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Obesity Might Hinder Your Endurance

Obesity Might Hinder Your Endurance

Being obese may slow you down at work, particularly if you’re in a manufacturing job or a job where the tasks are repetitive, according to a September 2014 study published in the Journal of Occupational and Environmental Hygiene.

The study, which was co-authored by professors Lara Cavuoto, Ph.D., and Maury Nussbaum, Ph.D., involved testing the endurance levels of 32 participants.

The Endurance Test Details

Sixteen of the participants were of normal weight, while the remaining 16 were obese. These categories of participants were further broken down into non-obese older and obese older (between the ages of 50 and 65) and non-obese young and obese young (between 18 and 25 years old).

The test environment was designed to mimic a manufacturing setting. Study participants enjoyed periods of rest along with periods of work. The endurance of each participant was measured with three types of tasks:

  • Simulated assembly operation (metal pieces assembled into a pegboard)
  • Shoulder elevation (intermittent shoulder flexing)
  • Hand grip (squeezing an object)

The Endurance Test Results

The researchers found that individuals who were not obese showed a 60 percent longer endurance time than their obese counterparts. Furthermore, increased task-related discomfort, decreased strength, and declined task performance were all associated with obesity.

Being in older subgroup — individuals aged 50 to 65 — revealed neither reduced nor improved task performance based upon weight. In other words, age was independent of slowed performance.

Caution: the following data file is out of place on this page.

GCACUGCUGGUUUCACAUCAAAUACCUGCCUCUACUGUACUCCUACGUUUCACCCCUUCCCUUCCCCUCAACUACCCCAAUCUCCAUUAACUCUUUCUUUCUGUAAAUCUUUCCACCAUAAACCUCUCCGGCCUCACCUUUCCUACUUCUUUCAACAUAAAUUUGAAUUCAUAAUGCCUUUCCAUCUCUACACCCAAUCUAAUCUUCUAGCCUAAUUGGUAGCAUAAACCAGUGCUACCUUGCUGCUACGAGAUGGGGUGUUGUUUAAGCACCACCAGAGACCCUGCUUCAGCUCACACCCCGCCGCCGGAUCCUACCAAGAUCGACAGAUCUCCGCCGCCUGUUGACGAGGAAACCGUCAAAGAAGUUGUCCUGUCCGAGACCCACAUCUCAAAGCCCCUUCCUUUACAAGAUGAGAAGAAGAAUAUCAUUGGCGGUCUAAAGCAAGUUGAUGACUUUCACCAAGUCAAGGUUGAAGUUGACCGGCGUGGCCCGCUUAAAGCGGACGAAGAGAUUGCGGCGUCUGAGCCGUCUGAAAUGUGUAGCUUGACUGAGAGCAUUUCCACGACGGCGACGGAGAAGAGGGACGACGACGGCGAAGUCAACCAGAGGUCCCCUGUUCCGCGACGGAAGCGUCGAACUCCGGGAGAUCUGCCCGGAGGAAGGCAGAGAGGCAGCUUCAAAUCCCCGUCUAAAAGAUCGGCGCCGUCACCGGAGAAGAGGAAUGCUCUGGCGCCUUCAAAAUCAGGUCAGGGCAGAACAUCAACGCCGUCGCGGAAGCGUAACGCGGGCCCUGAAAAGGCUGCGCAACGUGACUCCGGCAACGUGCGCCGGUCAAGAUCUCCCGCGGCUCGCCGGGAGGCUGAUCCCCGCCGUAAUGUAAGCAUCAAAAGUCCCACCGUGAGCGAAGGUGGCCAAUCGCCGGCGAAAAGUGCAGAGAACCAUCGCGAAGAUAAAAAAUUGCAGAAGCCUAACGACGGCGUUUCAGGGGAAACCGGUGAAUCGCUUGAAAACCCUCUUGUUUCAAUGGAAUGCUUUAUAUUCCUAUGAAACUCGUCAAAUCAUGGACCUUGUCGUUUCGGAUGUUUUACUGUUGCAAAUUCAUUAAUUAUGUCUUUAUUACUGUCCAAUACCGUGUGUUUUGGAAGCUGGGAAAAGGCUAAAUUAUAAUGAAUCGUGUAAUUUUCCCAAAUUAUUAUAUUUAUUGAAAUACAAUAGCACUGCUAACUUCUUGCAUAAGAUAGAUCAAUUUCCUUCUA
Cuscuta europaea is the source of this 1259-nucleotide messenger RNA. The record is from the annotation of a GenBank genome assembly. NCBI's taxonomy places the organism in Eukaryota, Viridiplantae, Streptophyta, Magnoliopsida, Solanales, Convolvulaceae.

Lisa Cavuoto, one of the study’s authors, pointed out that the findings don’t necessarily show cause and effect with respect to endurance. That is, it is unclear whether obesity itself caused the endurance issues or whether difficulty in performing movements or exercising leads to weight gain. Instead, Cavuoto argues that there is simply a relationship between the two.

Obesity and Endurance

The authors explained that the way muscles work can be affected by obesity. Obesity can reduce blood flow, thereby decreasing the oxygen and energy that help the muscles to move. Obese individuals can experience fatigued muscles sooner than others when their muscles are contracted for a length of time.

Individuals looking to fight obesity-related endurance and fatigue issues should consider weight loss through bariatric surgery as a method to reduce the elevated health risks associated with obesity.


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